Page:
Satellite view of the compound.

Documents reveal details

in Coltharp kidnap case

 

By James Tilson
Staff writer

Apr. 26, 2018

 

MANTI—The defendants in the Coltharp kidnapping case allowed their doomsday beliefs to provide the rationale for hiding and abusing their children, according to investigative information that has come out since the sensational recovery of the Coltharp children from Iron County in December.

John Alvin Coltharp and Samuel Shaffer became the leaders of a fundamentalist religion they called Knights of the Crystal Blade.
According to charges filed against them, as part of the practices of that church, they married and sexually abused each other’s daughters. The have also been charged with obstruction of justice for trying to hide what was going on from authorities.

Probable-cause statements and other document files in the criminal cases shed light on their state of mind and activities in the months prior to their arrests and prior to an Amber alert being issued seeking the public’s help to find the children.

Coltharp was the leader of the church and Shaffer the self-proclaimed “prophet.” The church was founded on hyper-fundamentalist principles that descended into conspiracy theories and doomsday prophecies. While the two men and their followers prepared for the Muslim invasion of the United States, they also preached child marriage.

Their church came to widespread attention when Coltharp and Shaffer began to practice their beliefs.

The first indication that something was amiss came when Coltharp’s recently separated wife, Micah, called the Spring City police to check on her children on Sept. 16, 2017.

She told authorities she had left the home in Spring City where she and Coltharp lived in mid-August because of differences with Coltharp. Micah said she had left the children in his care, due to Coltharp’s intimidation and threats.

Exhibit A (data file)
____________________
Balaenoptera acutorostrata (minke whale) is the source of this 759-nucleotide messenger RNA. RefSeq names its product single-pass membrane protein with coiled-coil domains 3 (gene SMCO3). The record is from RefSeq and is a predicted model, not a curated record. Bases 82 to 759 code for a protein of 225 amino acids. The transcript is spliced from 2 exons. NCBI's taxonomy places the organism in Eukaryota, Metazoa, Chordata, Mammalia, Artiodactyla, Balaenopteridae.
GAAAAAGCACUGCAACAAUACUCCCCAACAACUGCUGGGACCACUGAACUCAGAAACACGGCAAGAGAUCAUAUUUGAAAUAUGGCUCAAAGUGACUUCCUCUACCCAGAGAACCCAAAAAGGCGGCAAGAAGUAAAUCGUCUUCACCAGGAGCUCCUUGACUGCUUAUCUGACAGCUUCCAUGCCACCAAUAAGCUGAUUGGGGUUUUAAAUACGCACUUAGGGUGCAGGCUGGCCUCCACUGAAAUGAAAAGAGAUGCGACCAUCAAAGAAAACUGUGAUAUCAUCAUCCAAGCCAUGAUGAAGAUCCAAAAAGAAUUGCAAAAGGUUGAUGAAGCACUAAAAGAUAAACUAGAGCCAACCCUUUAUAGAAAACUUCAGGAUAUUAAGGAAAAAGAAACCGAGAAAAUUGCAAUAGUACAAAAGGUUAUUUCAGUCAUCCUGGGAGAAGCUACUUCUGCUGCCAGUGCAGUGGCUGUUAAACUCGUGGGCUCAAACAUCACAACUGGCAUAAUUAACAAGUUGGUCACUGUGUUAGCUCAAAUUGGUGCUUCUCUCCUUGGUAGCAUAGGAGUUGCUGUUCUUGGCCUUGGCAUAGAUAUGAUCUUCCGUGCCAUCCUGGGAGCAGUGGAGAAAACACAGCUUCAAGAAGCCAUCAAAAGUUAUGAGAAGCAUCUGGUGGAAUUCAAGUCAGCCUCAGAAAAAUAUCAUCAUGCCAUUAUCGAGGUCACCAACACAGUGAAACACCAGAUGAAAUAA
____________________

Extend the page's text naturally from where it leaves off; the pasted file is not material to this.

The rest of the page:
When the police checked the marital residence, it was vacant. Witnesses told the police the occupants had vacated the residence during the night of Sept. 14. Police checked with a U-Haul rental outlet and learned Coltharp had rented a U-Haul and taken it to Cedar City.

John’s sister, who allowed the police into the residence, described John as heavily armed and said he had threatened to kill his children if anyone were to try to take them from him.

Micah then filed for divorce and began pursuing custody of the couple’s four children. On Nov. 27, the 4th District Court entered a decree of divorce, which awarded Micah sole custody of the children.

Along with the decree, the court issued an Order for Writ of Assistance directing law enforcement officers to take custody of the children and protect them until they could be re-united with their mother.

On Dec. 1, the Spring City police received information of suspicious activity at the former family residence. When Chief Clarke Christensen responded at approximately 10 p.m., he found John Coltharp outside the residence.